TEHRAN (Press Shia) – Leader of Yemen’s Houthi Ansarullah movement Abdul-Malik Badreddin al-Houthi said he is not against the United Nations’ supervisory role in Hudaydah if the Saudi-led coalition ends its aggression against the Red Sea port city, a French newspaper reported.
“We told the UN envoy, Martin Griffiths, that we are not rejecting the role of supervision and logistics that the UN wants to hold in the port, but on the condition that the aggression against Hudaydah stops," Houthi said in an interview with Le Figaro published online late on Tuesday.
Backed by Saudi-led airstrikes, Emirati forces and militants loyal to Yemen’s fugitive president, Abd Rabbuh Mansour Hadi, launched the Hudaydah offensive on June 13 despite international warnings that it would compound the impoverished nation’s humanitarian crisis.
Griffiths has reportedly been pushing for a deal in which the Houthis place the Hudaydha port under the supervision of a UN-monitored committee.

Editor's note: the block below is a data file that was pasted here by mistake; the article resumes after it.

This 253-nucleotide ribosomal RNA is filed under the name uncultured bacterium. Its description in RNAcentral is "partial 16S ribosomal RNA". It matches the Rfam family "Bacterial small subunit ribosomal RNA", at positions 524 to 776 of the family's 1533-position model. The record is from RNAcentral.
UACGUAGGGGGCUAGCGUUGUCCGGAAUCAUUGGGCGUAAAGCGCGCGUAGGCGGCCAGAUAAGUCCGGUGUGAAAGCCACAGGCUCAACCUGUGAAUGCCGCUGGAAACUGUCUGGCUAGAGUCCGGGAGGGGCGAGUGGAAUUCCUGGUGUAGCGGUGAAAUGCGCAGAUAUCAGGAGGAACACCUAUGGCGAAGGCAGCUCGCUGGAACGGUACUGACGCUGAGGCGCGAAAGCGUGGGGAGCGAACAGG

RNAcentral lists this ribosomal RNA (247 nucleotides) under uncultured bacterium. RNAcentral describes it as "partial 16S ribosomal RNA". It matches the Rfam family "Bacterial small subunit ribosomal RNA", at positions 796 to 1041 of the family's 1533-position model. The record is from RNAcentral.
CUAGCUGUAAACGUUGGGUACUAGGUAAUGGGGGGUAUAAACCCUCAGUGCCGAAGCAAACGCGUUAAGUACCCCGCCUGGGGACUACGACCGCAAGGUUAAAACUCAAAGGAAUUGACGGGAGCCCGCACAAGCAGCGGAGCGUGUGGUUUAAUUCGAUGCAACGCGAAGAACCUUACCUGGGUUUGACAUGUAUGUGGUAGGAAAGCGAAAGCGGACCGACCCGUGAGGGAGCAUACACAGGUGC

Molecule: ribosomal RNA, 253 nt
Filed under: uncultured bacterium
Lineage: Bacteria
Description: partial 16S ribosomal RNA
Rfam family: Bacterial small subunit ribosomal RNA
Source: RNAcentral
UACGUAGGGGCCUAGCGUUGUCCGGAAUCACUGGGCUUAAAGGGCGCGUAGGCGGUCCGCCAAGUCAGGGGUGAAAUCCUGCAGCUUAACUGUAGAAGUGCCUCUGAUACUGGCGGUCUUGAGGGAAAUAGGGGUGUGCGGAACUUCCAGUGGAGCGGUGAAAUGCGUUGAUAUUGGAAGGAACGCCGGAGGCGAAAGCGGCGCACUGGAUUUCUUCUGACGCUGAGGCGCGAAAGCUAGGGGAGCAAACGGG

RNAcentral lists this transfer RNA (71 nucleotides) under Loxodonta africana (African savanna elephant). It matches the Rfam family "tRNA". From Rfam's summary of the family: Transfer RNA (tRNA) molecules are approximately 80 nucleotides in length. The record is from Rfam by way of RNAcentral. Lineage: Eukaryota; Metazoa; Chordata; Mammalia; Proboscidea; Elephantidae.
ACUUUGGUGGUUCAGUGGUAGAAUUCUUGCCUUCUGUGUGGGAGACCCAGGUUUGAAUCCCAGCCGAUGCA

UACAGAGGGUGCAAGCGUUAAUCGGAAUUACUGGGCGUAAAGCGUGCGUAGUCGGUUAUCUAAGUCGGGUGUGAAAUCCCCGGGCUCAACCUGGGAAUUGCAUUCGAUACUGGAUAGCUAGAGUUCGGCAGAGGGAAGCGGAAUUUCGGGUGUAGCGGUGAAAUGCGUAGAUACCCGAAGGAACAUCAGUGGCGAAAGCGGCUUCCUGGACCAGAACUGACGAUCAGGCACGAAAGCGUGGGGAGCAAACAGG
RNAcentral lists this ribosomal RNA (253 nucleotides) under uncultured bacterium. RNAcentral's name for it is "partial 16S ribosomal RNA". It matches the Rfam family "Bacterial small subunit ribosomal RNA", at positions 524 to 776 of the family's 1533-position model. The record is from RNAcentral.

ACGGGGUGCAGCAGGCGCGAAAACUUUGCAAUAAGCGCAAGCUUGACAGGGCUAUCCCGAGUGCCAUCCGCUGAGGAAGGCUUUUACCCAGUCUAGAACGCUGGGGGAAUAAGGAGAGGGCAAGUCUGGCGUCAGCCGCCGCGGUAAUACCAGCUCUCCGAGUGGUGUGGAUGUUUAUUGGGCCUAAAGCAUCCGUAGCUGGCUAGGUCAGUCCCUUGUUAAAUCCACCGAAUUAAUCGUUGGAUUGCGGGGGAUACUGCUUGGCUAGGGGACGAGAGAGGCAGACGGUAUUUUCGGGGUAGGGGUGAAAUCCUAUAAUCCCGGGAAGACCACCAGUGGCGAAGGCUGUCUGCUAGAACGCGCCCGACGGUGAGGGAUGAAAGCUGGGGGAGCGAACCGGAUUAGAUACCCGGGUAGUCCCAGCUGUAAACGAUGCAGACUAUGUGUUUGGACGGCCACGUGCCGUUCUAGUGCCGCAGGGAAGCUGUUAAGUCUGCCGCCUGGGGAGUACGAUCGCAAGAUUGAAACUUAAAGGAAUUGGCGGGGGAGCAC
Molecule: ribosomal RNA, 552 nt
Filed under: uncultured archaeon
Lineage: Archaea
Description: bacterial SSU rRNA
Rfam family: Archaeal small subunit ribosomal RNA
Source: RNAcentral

The UAE, however, dismisses such an arrangement, under which Hudaydah would remain under the control of the Houthis and their allied forces, demanding their unconditional withdrawal.
“It is strange to demand that the Yemenis pull out of their city of Hudaydah for handing it over to the United Arab Emirates, which is committing an act of aggression against us,” the Houthi leader said, adding, “Such a demand violates international conventions.”
“It is as if the United Kingdom called on the French to abandon Paris or another city and give it up to the British; It is not logical,” he went on to say.
Houthi further slammed France for “contributing to Arab-led aggression” in Yemen by selling weapons to the aggressors.
“In Yemen, France should support peace, not war,” he added. “Many Western countries consider wars in the light of their economic interests, to the detriment of human rights.”
Yemen’s defenseless people have been under massive attacks by the Saudi-led coalition for more than three years but Riyadh has reached none of its objectives in Yemen so far.
Since March 2015, Saudi Arabia and some of its Arab allies have been carrying out deadly airstrikes against the Houthi Ansarullah movement in an attempt to restore power to Hadi, a close ally of Riyadh.
Over 14,000 Yemenis, including thousands of women and children, have lost their lives in the deadly military campaign.